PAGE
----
Identity, dislocation, and history are portrayed vividly throughout Teju Cole's Open City . The main character, Julius (a young, Nigerian graduate student in psychiatry), routinely walks around the city as a means to decompress from his mentally taxing job. The novel's progress mirrors Julius' progress through graduate school, though the...
events of the novel depict primarily his free time.
Julius' identity as a German-Nigerian is important to him. He takes a trip to Brussels, ostensibly in search of his only remaining German grandmother. He spends much of his time in Belgium alone, and, ironically, he lies about his identity to a woman with whom he has a sexual encounter. This demonstrates the disjunction between sexual and emotional intimacy.
Another moment charged with the issue of identity is when Julius sees a group of black people assembled in Brussels, and he assumes the group is from the Congo (a former Belgian colony), though they are in fact Rwandans (a group that experienced harsh genocide as living memory). Identity in Cole's novel is both deeply personal and also misleading.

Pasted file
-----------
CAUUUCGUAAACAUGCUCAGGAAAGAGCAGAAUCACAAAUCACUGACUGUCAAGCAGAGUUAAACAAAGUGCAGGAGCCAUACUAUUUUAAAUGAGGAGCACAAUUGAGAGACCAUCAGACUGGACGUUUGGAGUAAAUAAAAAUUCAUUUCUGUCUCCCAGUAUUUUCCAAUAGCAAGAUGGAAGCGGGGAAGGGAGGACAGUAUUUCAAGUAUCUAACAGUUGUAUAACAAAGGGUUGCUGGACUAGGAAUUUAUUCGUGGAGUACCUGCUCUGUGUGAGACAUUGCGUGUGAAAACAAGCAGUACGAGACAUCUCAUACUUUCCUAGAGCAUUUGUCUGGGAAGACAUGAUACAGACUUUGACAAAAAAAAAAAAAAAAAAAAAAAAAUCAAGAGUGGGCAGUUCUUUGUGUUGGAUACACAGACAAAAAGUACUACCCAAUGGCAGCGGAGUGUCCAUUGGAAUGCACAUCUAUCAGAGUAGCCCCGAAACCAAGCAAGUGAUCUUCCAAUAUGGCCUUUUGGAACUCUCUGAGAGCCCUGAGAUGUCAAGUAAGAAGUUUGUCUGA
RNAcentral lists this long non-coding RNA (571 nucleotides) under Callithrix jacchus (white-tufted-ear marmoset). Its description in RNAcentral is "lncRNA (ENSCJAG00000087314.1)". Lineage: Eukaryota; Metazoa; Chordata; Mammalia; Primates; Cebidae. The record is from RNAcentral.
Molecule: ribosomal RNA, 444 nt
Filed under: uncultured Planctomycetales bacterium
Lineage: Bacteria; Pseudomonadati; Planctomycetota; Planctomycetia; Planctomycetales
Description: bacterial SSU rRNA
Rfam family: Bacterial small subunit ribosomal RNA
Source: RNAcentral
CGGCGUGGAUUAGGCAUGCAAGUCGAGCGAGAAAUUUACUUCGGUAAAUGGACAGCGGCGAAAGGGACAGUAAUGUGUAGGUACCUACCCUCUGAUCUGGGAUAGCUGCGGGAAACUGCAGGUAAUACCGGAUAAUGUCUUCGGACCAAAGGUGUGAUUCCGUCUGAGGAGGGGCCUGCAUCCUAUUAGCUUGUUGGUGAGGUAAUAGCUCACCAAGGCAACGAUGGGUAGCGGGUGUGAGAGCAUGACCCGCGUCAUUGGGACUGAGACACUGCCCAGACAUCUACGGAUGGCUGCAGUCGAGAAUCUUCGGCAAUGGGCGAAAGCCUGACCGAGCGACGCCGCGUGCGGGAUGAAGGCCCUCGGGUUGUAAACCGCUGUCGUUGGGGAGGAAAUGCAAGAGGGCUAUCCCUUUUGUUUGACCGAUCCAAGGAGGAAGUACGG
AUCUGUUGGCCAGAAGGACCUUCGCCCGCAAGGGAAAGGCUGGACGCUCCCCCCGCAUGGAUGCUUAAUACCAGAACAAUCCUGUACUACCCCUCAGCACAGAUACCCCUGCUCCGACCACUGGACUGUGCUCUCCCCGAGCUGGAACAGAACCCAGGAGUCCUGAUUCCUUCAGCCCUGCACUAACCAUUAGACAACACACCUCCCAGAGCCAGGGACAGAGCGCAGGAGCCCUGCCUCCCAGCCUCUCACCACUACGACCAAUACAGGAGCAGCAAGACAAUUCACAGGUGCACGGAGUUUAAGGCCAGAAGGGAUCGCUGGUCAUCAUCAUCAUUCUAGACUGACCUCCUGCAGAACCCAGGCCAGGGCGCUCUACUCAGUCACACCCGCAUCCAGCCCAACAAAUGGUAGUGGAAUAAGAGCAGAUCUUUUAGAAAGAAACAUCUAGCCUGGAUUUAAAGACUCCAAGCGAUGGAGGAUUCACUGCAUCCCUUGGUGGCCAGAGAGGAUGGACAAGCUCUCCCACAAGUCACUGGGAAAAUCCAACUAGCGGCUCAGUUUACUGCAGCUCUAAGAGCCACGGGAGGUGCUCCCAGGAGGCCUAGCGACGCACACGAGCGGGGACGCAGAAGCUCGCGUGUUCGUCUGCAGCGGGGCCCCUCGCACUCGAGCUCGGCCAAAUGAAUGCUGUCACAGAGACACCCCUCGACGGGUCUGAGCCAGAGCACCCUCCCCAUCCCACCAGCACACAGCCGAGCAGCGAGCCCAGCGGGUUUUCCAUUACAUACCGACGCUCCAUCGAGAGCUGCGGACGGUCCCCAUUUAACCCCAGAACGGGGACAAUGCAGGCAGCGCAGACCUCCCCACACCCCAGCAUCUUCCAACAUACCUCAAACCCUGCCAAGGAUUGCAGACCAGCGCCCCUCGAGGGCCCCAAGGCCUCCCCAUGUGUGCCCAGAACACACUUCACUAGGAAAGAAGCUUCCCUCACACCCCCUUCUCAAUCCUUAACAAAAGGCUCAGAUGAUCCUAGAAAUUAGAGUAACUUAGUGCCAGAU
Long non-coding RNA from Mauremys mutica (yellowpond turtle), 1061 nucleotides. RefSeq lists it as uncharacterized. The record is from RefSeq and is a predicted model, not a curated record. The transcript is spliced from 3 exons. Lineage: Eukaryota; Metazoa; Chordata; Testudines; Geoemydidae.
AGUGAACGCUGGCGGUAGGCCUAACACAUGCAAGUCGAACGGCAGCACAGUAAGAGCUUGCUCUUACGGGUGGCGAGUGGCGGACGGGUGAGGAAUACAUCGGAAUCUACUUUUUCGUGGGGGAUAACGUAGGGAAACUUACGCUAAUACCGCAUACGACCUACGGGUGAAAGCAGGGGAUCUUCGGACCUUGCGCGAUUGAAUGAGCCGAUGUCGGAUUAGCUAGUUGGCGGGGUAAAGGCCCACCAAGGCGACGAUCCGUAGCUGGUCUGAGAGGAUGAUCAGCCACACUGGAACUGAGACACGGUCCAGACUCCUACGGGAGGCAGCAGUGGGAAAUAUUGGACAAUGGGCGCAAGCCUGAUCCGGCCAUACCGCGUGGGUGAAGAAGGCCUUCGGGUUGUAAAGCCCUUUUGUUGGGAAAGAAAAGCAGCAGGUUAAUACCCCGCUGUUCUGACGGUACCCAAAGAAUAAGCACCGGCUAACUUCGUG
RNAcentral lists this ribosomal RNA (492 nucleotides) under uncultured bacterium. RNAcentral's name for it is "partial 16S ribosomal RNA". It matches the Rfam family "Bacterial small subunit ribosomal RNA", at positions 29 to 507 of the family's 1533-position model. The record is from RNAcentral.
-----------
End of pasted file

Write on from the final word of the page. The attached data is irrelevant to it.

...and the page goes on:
Dislocation is a theme witnessed in the novel primarily through accounts of colonial periods across the globe. One of Julius' patients wrote a novel about colonial New York, and another wrote a book about a Dutch settler who killed many Native Americans. Julius thinks that his patient's intense academic study of these horrific events contributes to her depression. During his trip to Brussels, Julius also learns how the French have overwhelmed the native Flemish population in Belgium. Colonial rule is, as a rule, viewed with a critical lens throughout the novel.
History, too, is a primary concern for Julius. Julius is attracted to discovering his only living grandmother in Brussels. As Julius is an introspective individual, he contemplates his own family history, told through flashbacks at punctuated intervals throughout the novel. He primarily remembers his grandmother and disobeying his parents' orders not to drink Coke (for which, as an adult, he has no taste).
In Open City, Julius feels that places are imbued with meaning owing to their history. Two prominent spots are a slave burial ground in lower Manhattan, commemorated by a nondescript sculpture. In the closing scene of the novel, Julius is invited aboard a yacht, from which vantage point he contemplates the Statue of Liberty--the iconic and historic landmark for immigrants to America. Seeing the light of the statue, many birds die flying toward it. History thus imbues various places--and the novel as a whole--with poisoned memories.